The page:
Like many angel groups, they have chosen to focus on a specific industry sector or theme. The Investor’s Circle theme is “socially responsible investing”, which generally means investing in companies that not only have a profit motive but which also seek to create social and/or environmental betterment. Not surprisingly, this creates some self-selection of industry sectors (no military startups or oil lease deals here, folks). Specifically, they note that their members tend to invest in:
- Energy & Environment
- Food & Organics
- Education & Media
- Health & Wellness
- Community & International Development
They have a well-run screening and investment process that I can’t do justice to here, and present a strong bi-annual conference in Boston and San Francisco that includes not just pitch sessions, but good learning opportunities. The next event is coming up April 19-20 in San Francisco. They have also done a great job incubating new investment vehicles so investors can better diversify their portfolios.
One of the cool things they have done is prepare a multi-faceted rating on the companies from their history of investments, and have created a top-twenty list called IC20 that reflect the best outcomes on all three bottom-lines (financial, social, environmental) that they are tracking. It’s an impressive group of companies, and a great reminder that successful investing doesn’t have to come at the expense of other principles.
Or, in this case, creating problems that didn’t exist before… Robert Litan of the Kauffman Foundation calls out a section of a reform bill passing through the Senate Banking Committee in the Huffington Post: Proposed ‘Protections’ for Angel Investors are Unnecessary and Will Hurt America’s Job Creators. It’s a fine example of legislators being horribly disconnected from the issues on the ground. Let’s hope this dies fast.
One might not expect rural burgs like Mankato, Minnesota, Mason City, Iowa, and Fargo, North Dakota to be hotbeds of angel investing activity. Nor might one expect really good innovation around the challenges of angel investing in small groups to come from the same areas. Think again!
The RAIN Source Capital network has put together a really interesting program for small angel groups to form funds, and provides these funds with “a process for due diligence, legal templates, management support, access to deal flow and other resources.” Bravo! This is a great way to help angels organize effectively without a lot of overhead. So far they have 23 affiliated funds in six states. These also host annual get-togethers for networking and educational purposes.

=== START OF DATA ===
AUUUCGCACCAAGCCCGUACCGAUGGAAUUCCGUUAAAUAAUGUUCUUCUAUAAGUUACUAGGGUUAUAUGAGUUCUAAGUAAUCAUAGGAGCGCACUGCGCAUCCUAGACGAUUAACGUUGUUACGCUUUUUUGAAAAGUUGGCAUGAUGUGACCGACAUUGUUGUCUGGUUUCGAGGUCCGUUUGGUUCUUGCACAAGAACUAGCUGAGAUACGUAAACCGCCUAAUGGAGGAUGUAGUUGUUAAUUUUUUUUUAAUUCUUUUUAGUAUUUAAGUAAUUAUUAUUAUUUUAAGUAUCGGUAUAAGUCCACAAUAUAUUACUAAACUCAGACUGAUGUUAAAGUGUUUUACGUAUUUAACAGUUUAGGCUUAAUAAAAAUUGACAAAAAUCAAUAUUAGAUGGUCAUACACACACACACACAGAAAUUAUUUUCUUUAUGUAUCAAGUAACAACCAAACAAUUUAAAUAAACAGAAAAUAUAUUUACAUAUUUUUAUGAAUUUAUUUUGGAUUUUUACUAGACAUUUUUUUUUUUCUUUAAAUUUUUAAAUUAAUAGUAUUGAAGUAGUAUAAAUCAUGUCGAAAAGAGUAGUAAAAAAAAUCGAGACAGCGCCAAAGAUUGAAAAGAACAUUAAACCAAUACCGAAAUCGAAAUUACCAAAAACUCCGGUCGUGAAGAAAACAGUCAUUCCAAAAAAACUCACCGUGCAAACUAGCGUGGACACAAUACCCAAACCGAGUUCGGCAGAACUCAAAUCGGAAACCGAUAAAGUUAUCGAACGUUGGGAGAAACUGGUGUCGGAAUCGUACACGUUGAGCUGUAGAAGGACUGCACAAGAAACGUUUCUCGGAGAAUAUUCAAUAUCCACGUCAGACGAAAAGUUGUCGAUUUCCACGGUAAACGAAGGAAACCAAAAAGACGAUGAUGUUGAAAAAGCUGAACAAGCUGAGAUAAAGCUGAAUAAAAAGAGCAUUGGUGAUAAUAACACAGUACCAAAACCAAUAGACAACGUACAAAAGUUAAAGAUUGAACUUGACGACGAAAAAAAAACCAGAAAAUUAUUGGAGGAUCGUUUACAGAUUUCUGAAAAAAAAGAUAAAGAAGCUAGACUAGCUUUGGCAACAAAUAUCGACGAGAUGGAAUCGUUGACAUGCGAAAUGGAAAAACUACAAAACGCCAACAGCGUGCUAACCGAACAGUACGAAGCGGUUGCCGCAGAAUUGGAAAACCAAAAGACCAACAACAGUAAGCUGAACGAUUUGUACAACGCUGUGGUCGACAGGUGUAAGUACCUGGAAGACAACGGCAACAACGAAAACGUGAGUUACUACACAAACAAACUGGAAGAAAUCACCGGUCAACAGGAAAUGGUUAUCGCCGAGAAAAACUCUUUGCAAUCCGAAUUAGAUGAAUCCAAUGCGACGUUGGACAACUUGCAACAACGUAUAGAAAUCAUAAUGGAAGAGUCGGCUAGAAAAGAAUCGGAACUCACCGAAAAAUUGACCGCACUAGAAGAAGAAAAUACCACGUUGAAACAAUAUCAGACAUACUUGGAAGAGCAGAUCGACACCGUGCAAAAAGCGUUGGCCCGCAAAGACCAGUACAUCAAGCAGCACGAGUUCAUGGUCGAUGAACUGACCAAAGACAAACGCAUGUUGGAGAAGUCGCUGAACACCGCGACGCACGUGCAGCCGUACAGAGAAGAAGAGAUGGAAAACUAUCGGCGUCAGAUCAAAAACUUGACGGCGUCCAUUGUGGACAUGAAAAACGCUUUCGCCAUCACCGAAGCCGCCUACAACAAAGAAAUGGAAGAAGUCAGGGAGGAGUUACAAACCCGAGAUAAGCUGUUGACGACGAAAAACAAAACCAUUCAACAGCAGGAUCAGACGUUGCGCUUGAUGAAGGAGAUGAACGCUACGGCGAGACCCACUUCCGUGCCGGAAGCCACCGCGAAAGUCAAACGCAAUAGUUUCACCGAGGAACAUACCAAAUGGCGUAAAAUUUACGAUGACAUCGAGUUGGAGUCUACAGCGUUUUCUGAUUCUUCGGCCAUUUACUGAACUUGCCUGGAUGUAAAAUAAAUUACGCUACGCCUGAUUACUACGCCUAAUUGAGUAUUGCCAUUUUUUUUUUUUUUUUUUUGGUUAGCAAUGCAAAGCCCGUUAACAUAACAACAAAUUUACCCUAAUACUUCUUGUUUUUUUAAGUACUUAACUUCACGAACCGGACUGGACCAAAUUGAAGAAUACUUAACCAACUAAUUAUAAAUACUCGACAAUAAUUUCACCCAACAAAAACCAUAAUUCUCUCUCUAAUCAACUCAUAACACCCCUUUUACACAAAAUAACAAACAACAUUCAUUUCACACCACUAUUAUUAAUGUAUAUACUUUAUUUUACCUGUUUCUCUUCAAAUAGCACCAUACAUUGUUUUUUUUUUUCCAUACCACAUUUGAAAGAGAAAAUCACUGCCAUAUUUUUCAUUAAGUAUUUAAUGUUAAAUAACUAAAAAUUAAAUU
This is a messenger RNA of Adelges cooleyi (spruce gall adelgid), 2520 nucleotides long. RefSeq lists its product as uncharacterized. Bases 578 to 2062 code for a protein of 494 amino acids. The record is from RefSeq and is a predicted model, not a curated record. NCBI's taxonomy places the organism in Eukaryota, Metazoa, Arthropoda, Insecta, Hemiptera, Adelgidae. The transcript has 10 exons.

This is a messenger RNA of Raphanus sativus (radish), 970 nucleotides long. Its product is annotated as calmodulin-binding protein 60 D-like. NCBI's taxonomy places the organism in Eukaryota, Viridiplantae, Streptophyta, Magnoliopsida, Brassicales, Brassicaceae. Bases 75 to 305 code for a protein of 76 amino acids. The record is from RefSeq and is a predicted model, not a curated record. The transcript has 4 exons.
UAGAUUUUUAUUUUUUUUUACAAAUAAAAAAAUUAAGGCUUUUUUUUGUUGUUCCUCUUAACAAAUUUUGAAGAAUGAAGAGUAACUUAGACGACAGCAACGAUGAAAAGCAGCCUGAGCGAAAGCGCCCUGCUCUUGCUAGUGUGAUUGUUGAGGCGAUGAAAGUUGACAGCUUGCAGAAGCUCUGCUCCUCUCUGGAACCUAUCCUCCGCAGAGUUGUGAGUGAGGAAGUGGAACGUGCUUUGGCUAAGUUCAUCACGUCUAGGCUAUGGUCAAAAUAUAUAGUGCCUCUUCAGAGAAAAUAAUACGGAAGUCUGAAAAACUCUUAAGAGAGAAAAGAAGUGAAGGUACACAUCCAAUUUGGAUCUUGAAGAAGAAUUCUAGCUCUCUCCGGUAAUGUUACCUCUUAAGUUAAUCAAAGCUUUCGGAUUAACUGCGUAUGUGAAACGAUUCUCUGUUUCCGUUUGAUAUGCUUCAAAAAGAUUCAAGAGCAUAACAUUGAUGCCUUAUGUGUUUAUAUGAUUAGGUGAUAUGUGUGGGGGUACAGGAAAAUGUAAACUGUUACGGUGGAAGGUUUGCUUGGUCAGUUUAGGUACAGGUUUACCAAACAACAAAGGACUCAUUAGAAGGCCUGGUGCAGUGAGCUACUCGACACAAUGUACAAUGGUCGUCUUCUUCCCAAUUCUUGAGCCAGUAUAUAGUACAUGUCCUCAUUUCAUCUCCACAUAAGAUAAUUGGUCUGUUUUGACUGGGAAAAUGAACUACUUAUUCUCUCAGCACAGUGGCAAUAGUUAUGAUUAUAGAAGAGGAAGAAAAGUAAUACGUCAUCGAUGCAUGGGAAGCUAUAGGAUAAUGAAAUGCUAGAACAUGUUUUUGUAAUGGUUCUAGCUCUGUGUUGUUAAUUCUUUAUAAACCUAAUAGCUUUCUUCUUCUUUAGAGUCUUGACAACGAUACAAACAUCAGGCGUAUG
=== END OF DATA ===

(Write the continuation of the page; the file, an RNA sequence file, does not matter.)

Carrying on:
One thing I like about this approach is the focus on local interests: unlike a number of the high-profile emerging angel activities which are centered only on sexy Web 2.0-ish technology plays, RAINs investors have supported medical devices, enterprise software, industrial fabricators, and a woodworking tools company. These companies may not have the stratospheric exit potentials of a SaaS developer, but they are the companies that fuel the local economies.
One concern I have (as I do with all angel funds) is the process for selecting investments. I don’t know anything about the specifics of the RAIN model, but having looked at fund structures over the past few years, there is the inevitable potential for political stalemate trying to make selections; i.e., if a majority or super-majority vote is required for a GO decision, it can stall pretty easily. I’d be interested in hearing from entrepreneurs or investors with direct experience.
On a related note, I’ve heard rumblings that one of the angel groups I really respect from the Northeast is putting together a sidecar fund. I’m convinced that groups driven by individual decision-making but supported by a sidecar fund that diversifies risk and increases upside potential for the members are going to become the norm. Among other things, the fund structure helps with long-term sustainability. More on that later.
Have been bad about posting lately as life got typically randomized. Ever since my first days managing software development projects, I’ve used a favorite phrase for organizing complex processes: herding cats. I used it a lot while running an angel group – no offense to any of the felines involved. I ran across this old EDS commercial by Bob Wendt recently, and thought it was perfect.
Back soon with more relevant content.
One of the worst-inspired ideas for entrepreneurs to connect with investors is the “pay to meet” event, where some organization charges a fee to allow companies who are seeking capital to spend time with a VC or an angel, and get some feedback on their business concept. The latest one of these to pass through my inbox is from the Environmental Business Cluster in San Jose, a non-profit organization formed in 1994 that “assists start-up companies that make environmental products or provide environmental services.” Their recent announcement is part of a series enabling entrepreneurs to hear from and talk to top-tier venture firms like Khosla Ventures, Mohr Davidow and Rockport Ventures.
While I’m completely in favor of these types of meetups, and can even begrudgingly accept that the EBC — as a non-profit — may need to cover incremental costs, the impression created by this program is less than flattering. Unflattering to the EBC because they appear to be pimping out the investors; unflattering to the EBC’s sponsors who are not an insignificant group; and unflattering to the VCs because it appears they are the ones demanding cash for face time. C’mon folks, the limited partners for these VCs are paying them thousands of dollars an hour just to breathe: they ought to be doing this as a public service, and even paying for a sponsorship themselves.
My advice to entrepreneurs: pay for the informational sessions but skip the one-on-ones. You can get the same kind of feedback for free at an Open Coffee session, and will feel better about yourself the next morning.